1. In Part 1 of the series (posted on Jun 10), I provided numerous quotes or specific examples to illustrate the points I was making. Except where I specifically quote another person by name, these quotes all are comments that were personally made to me or were overheard by me. And all of the examples come from my own personal observations. I did not pull these illustrations from websites or other sources.

2. Despite increasingly feeling like a fish out of water in the current evangelical world, I am not planning on venturing into some other expression of the Christian faith.

In response to these posts, I’ve received some heart-wrenching comments from ministry colleagues. Here are just a few:

• A pastor who was terminated from his associate position said, “The senior pastor never asked if I was producing disciples, or if people’s lives were being changed. He simply fired me because my program was not growing fast enough. I was told, ‘You’re not making your numbers, so you have to go.’”

• Another colleague is in fear of his job. He was told to double the number of people in his ministry in a year. He managed to accomplish that (at great personal cost) and now finds that he is expected to continue doubling his ministry every year for the foreseeable future. He does not see any way he can keep up the kind of pace necessary to accomplish this goal.

 • One of my friends is having a crisis of conscience, because he feels he is sacrificing the essence of pastoral ministry to produce the numbers his superiors demand. He told me, “I had to make a hospital call the other day. An elderly man was undergoing a risky operation, and his wife had no one to sit with her at the hospital while her husband was in the OR. I chose to stay with her for several hours…but I knew that I would be criticized for not using my time ‘productively’. My superiors would have preferred me to spend this time making evangelistic calls on potential new members. I’m all for evangelism…but we need to balance that against the care of our members. However, under the current leadership, there is no balance. It’s all ‘grow, grow, grow.’ And everything I do must be ‘measurable’ and ‘scalable’ and ‘reproducible’ to keep the numbers going up. I regularly ask myself, ‘Are we a church or a business?’”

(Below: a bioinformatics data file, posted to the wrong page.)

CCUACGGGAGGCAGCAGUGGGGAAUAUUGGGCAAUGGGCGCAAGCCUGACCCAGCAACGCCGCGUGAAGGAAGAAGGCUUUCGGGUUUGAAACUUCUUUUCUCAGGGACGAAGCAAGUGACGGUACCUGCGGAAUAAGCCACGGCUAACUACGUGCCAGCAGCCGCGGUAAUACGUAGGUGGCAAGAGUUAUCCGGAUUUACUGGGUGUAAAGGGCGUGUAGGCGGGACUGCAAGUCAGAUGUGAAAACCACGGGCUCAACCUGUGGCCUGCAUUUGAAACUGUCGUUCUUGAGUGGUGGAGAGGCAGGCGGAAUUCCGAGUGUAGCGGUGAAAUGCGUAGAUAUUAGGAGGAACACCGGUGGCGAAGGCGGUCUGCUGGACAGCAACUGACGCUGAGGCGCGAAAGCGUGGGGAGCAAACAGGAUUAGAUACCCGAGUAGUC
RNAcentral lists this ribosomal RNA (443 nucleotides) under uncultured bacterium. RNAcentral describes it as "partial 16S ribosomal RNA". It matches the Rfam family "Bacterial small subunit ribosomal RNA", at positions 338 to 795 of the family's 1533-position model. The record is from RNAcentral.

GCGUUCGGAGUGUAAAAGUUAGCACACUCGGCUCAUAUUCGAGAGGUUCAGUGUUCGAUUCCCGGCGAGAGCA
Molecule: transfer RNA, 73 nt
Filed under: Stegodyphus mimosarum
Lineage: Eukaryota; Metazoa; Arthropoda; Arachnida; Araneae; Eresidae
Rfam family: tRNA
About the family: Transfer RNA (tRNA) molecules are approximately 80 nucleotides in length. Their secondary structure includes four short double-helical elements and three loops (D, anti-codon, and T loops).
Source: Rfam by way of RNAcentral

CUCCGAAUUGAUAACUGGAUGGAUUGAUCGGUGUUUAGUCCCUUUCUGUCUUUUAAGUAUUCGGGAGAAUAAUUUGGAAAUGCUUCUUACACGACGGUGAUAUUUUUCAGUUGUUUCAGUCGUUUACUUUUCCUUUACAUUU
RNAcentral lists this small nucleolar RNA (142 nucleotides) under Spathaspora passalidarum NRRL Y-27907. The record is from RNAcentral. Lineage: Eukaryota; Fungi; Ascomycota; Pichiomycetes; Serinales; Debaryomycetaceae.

• A young pastor I know is two levels down from the senior pastor in his church’s organizational structure. He told me, “Our pastor has been at the church for four years and I’ve never had a one-on-one conversation with him. He doesn’t know me, he doesn’t know anything about my family. I’ve requested meetings with him, and I’ve been told that the issues I want to address are not important enough to warrant his time and attention, so he refers me to the Executive Pastor or another member of the senior staff. It seems to me that the ministry staff is a key part of the senior pastor’s flock…but there is absolutely no shepherding, or discipleship, or development taking place within our staff. In fact, very little of a spiritual nature ever takes place within our staff. How will the church raise up the next generation of leaders if the senior staff does not invest in those of us who need to be groomed?” 

• Another pastor who was leaving his staff position under duress told me, “Outwardly, our church staff appears happy and healthy. But underneath the surface, it’s a different story. The staff pretends to be enthusiastic and supportive of the senior pastor…but it’s a sham. There really is no unity; there simply is an environment of conformity, and it’s driven by the fear of being fired.”

Needless to say, stories like this break my heart, and I find myself wondering, “What must the Lord Jesus think of all this?”

So I find myself responding in several ways. First, I pray for those senior pastors who have lost sight of God’s purpose for the church: Lord, help them to stop focusing on church growth at the expense of church health. Second, I pray for my friends and colleagues in these churches: Lord, please protect them and keep them spiritually healthy (and, if necessary, move them on to a healthier faith community). And I pray for myself and my wife: Lord, please lead us to a church family that shares our desire to become a healthy, transformative community in Christ.

[By the way - if there are others within your circle of friends or acquaintances who would benefit by reading these posts on church health, please encourage them to visit the blog.  Or you can e-mail a specific post directly to a friend simply by clicking on the e-mail icon beneath the post.]

 - Bruce